To call Tom Black a longtime Columbus business, civic and philanthropic leader doesnt begin to touch his reach into the community and beyond, said retired Columbus State University President Frank Brown.
It is a statement of fact, Brown said. But it is almost not an adequate way to describe him. He was aggressively supportive of everything he touched. He was one of those people who made sure it happened.
Black died Wednesday morning after a lengthy illness. He was 81.
A celebration of Blacks life will be held Friday at 11 a.m. in the sanctuary of First Baptist Church, an institution his family joined shortly after they moved to Columbus in 1968. A visitation with the family will follow the service.
Black was a Knoxville, Tenn., native who came to Columbus as a manager for Toms Foods, where he later became a key executive. He was an active leader in many institutions, including Columbus State University, United Way, Brookstone School, First Baptist Church of Columbus and Mercer University in Macon.
First Baptist Pastor Jimmy Elder has known Black for nearly three decades.
He was a moral and spiritual presence in the lives of so many people because he was such an example, Elder said. I knew him first by reputation, second as a trustee at Mercer where he showed me the ropes, then as a Baptist statesman and, finally, as his pastor.
Black retired from Toms Foods as chief operating officer in 1986 and purchased two Baskin-Robbins ice cream stores with his son-in-law, Jay Sparks. He owned those businesses until 1998, when he went to work as the administrator for the Bradley-Turner Foundation for seven years.
At the foundation, he worked alongside his friend, Bill Turner.
He fully understood his role with the foundation, Brown said. His job was to implement the plans of the foundation and not make decisions. He did that. And he did it well.
The Bradley-Turner Foundation has been a driving force in the redevelopment of Columbus, donating millions of dollars to various organizations, institutions and causes.
Columbus businessman John Turner, who serves on the Bradley-Turner Foundation board and has worked on numerous boards and committees with Black, said Black also made a critical contribution to the foundation.
He helped us become much more intentional in our giving, John Turner said. He was so involved in the community and understood the needs of our community. He helped us at the foundation understand those needs.
A 1954 graduate of Baylor University in Waco, Texas, Black adopted Mercer University and Columbus State over the years.
Black and his wife, Doris, have supported the Mercer School of Medicine, endowing the Thomas B. and Doris E. Black Endowed Chair in Pediatrics in 2003. He was also instrumental in establishing a Mercer Medical School campus in Columbus.
But perhaps Blacks greatest gift to Mercer came in 1991, when he lent his talents to calm a campus crisis.
Black was the chairman of the Mercer board when the university was going through a difficult financial period. The situation became worse because of a feud between the faculty and then-President Kirby Godsey.
The faculty, which was not receiving raises, was dressing in academic regalia and marching at the administration building on a regular basis. Black, in a 2010 interview with the Ledger-Enquirer called it a terrible conflict. He was chairman of a reconciliation committee designed to bring the president, trustees and faculty back under one tent.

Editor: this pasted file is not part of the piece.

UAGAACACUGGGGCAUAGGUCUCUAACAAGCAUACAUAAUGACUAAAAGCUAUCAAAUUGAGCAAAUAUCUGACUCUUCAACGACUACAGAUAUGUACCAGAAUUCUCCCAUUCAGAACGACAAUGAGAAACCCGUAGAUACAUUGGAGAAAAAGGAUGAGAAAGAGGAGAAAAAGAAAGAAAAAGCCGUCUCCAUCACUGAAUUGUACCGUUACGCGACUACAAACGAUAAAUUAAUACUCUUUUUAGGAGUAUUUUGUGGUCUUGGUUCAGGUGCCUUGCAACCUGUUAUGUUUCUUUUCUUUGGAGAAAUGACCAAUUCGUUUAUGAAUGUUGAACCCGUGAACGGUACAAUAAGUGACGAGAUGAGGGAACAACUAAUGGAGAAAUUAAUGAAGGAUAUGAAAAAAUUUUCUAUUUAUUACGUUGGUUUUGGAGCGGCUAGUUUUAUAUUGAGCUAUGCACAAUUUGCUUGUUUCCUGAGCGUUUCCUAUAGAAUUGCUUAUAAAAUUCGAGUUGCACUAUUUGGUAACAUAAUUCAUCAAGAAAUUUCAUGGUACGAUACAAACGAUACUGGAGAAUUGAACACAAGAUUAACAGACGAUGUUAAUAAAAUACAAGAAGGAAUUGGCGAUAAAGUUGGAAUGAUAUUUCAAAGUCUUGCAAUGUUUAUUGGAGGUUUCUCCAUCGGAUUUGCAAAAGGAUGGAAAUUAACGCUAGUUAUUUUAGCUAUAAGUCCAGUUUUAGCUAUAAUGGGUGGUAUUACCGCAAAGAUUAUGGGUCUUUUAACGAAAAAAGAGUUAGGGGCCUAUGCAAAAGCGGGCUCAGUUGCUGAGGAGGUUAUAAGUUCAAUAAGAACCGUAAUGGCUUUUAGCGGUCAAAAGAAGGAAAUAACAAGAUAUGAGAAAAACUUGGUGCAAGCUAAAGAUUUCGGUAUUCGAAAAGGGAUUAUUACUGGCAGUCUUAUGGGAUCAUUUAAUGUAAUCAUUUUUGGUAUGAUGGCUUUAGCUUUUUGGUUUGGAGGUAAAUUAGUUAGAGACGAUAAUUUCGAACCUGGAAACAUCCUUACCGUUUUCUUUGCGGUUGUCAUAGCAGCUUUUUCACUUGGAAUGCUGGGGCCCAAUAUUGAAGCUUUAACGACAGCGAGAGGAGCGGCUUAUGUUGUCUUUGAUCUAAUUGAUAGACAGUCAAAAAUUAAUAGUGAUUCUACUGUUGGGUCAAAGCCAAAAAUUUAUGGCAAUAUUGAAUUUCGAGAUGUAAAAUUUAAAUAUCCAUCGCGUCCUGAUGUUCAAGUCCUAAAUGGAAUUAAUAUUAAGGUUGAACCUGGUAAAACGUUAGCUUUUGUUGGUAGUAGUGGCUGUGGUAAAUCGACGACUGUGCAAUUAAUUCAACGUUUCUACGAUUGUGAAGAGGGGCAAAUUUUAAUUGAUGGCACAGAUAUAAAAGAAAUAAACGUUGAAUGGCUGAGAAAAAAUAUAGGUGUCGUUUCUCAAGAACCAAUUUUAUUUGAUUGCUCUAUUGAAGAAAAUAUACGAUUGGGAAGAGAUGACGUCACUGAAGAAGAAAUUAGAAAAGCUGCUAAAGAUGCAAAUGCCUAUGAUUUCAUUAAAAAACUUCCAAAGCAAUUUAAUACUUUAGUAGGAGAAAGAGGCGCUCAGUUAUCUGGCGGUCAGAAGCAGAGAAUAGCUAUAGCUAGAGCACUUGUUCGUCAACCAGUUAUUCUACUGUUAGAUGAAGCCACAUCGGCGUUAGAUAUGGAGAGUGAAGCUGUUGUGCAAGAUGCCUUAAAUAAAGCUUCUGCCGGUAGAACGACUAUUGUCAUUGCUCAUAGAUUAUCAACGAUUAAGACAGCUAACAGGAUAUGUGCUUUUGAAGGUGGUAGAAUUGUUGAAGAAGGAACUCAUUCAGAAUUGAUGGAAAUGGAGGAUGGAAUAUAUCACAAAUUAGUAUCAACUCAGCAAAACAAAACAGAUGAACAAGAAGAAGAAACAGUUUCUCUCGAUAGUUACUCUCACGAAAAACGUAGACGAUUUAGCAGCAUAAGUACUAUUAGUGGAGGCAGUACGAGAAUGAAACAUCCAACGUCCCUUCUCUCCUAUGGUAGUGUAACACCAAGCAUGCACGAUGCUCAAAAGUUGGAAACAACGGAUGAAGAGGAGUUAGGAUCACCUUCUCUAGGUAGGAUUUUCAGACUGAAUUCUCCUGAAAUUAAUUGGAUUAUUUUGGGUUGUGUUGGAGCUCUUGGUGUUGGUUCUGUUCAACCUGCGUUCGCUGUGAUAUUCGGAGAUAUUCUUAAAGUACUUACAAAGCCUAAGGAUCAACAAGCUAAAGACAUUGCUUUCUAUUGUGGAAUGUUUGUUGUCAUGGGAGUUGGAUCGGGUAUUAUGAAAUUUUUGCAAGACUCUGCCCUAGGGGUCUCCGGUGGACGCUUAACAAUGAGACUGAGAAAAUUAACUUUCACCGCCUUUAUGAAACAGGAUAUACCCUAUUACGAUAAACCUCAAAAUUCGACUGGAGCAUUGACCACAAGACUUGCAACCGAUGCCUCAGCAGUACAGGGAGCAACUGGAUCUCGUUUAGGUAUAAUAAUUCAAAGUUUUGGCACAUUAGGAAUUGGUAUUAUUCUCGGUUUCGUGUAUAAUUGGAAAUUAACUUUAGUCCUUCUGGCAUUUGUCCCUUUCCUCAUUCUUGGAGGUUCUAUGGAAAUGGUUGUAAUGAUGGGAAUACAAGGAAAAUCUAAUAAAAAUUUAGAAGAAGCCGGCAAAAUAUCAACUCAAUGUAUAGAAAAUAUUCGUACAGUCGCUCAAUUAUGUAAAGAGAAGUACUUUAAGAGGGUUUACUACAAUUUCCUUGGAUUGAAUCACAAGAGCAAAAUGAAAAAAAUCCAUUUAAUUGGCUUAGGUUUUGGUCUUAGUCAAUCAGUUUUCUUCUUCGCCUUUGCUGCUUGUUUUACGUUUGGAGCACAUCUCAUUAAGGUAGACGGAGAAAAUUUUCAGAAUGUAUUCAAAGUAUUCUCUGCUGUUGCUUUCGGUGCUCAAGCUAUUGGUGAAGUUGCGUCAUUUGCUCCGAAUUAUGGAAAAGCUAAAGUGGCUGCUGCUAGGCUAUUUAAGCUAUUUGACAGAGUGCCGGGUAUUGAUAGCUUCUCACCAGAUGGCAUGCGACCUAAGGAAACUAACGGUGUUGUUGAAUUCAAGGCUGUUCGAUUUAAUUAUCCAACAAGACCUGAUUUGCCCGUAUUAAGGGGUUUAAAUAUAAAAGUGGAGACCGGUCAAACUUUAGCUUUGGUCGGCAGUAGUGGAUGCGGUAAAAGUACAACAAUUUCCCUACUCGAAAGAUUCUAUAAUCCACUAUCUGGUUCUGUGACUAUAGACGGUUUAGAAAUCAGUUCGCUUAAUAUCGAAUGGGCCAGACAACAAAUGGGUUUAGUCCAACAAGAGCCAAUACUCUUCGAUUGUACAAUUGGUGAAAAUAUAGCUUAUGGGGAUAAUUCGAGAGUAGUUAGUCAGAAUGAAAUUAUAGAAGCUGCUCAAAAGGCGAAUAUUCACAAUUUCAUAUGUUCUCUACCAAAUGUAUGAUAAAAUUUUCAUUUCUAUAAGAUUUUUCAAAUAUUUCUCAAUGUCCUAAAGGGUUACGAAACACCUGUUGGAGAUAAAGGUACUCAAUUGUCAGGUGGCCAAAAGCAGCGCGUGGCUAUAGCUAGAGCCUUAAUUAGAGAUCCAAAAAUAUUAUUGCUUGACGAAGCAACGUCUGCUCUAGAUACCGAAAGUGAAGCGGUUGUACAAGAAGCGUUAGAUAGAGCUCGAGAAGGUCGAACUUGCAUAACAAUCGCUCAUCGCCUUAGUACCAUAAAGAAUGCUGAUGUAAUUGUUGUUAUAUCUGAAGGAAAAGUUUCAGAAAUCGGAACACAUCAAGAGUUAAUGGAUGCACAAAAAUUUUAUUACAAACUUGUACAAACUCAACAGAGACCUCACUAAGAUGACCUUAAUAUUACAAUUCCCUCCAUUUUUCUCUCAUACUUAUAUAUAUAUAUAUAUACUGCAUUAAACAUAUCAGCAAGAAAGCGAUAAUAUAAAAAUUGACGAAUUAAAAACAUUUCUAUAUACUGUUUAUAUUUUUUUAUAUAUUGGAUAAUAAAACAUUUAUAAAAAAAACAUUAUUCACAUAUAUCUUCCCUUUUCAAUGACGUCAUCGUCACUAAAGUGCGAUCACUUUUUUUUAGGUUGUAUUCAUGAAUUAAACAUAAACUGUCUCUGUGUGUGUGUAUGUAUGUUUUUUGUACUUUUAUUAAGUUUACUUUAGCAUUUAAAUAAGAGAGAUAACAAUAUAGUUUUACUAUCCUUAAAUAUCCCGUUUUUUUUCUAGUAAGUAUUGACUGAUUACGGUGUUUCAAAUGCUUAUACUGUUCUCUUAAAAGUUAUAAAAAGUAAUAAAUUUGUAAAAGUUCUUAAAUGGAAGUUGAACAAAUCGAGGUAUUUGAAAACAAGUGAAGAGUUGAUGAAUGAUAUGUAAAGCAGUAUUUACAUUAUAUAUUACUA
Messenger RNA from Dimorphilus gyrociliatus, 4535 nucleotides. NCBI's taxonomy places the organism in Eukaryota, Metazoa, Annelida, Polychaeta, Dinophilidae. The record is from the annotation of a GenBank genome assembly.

He was the perfect man for that job, said Augusta, Ga., attorney and Mercer trustee David Hudson said. He had no agenda except what was best for Mercer.
By the end of that year, Mercer was a calmer place. And during the years, those who were adversaries at the time became close friends.
Black later downplayed his role.
We pretty much had it ironed out, he said.
John Turner summed it up this way: There was never a crisis with Tom. There was just work to be done. He was vital to every cause he touched because his counsel was so wise.
In 2010, Black was named a life trustee at Mercer, an honor less than a dozen people at the university have achieved.
Earlier today, we lost a cherished colleague, said Mercer President William D. Underwood said in a statement Wednesday. Tom was a good man, a loyal friend, and a selfless servant. His impact on Mercer will live on to benefit future generations of Mercerians.
At Columbus State, Black was instrumental in the development of the downtown campus.
Tom was deeply involved in the planning and the fundraising for our downtown campus, Brown said.
Black was chairman of the CSU Foundation at the time a lot of the acquisition and development work for what would become the RiverPark campus was taking place.
During that time, we asked him to serve a second term as chairman, Brown said. That was the first time and the only time that has happened.
About 30 buildings and properties were acquired to cobble together the downtown campus, which has been a critical part of the redevelopment of citys central business district.
He was a champion of this community, Brown said.
Black and his wife met at Baylor, where she was the secretary for the universitys president. Next month, they would have celebrated their 59th wedding anniversary.
Black is survived by his wife, four married daughters and sons-in-law Jim and Kathy Stewart of Greenville, S.C., Jay and Cindy Sparks of Columbus, Nathan and Gina Watson of Macon and Walter and Mary Little of Birmingham, Ala. 10 grandchildren and two great-grandchildren.
Tom was the head of the household, Brown said. But Doris was the heart of the operation. And he knew it. They shared a great love.